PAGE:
Augmentation of the bactericidal and LPS-neutralizing activities of guinea pig cathelicidin
Daiju OKUDA1, Shin YOMOGIDA1, Hiroshi TAMURA2, Isao NAGAOKA1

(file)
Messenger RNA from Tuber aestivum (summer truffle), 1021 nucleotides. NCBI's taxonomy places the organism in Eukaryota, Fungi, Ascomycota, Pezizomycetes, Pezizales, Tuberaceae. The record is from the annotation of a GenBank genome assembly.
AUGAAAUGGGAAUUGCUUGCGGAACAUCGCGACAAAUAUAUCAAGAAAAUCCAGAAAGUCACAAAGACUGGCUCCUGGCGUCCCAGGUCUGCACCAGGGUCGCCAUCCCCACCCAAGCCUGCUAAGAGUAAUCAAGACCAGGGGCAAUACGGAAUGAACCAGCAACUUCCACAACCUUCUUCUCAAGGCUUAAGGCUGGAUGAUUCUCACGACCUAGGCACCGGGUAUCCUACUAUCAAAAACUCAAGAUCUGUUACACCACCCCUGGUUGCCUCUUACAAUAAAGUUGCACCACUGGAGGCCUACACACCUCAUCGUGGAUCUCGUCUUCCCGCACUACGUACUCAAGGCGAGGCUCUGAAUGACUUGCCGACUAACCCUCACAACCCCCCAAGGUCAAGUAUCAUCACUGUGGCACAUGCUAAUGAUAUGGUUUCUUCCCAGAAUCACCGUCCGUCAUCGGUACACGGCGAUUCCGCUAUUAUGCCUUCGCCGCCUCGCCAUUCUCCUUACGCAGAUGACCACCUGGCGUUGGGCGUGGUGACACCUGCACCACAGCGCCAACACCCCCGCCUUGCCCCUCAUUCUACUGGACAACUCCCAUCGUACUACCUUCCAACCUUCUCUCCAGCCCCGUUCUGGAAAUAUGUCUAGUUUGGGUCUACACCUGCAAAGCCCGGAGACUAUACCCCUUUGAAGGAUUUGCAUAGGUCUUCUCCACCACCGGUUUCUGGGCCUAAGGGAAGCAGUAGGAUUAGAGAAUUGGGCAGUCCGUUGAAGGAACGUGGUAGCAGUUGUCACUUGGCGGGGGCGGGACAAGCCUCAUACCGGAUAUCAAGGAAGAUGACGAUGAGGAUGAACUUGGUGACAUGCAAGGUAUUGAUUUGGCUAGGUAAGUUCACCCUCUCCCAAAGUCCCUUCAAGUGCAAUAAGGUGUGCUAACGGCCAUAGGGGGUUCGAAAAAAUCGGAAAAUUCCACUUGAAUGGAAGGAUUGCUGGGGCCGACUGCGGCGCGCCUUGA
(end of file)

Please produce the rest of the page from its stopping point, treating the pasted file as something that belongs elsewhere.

Abstract : CAP11-derived antimicrobial peptides by amino acid substitutions Mammalian myeloid and epithelial cell express several antibacterial peptides (defensins and cathelicidins) that contribute to the innate host defense by killing invaded microorganisms. CAP11 (cationic antibacterial polypeptide of 11 kDa), which was isolated from guinea pig neutrophils, has been shown to possess the potent bactericidal and LPS-neutralizing activities. CAP11 is a homodimer of Gly1-Ile43 joined with one disulfide bond. In this study, we revealed that the dimerization of the peptides is not essential for its biological activity, and 18mer peptide of CAP11 (G1-R18) is the most potent among various peptide derivatives. However, its biological activities were much lower compared with native CAP11. Furthermore, we tried to enhance the biological activities of CAP11 (G1-R18) by substituting amino acids. Two novel peptides, CAP11 (1-18m) and CAP11 (1-18m2), whose hydrophobicity and positive charge were modified by the amino acid substitutions, exhibited more potent bactericidal activities against S. aureus and E. coli, and more strongly inhibited the LPS-binding to CD14+ RAW264.7 cells, compared with CAP11; i.e. the bactericidal and LPS-neutralizing activities of CAP11 (1-18m2) was about 10-fold greater than those of CAP11, and CAP11 (1-18m2) completely killed both methicillin-sensitive S. aureus (MSSA) and methicillin-resistant S. aureus (MRSA) even at 0.1 pg/ml. Thus, the bactericidal and LPS-neutralizing activities of CAP11-derived antibacterial peptides could be enhanced by the modification of their hydrophobicity and positive charge via the amino acid substitutions.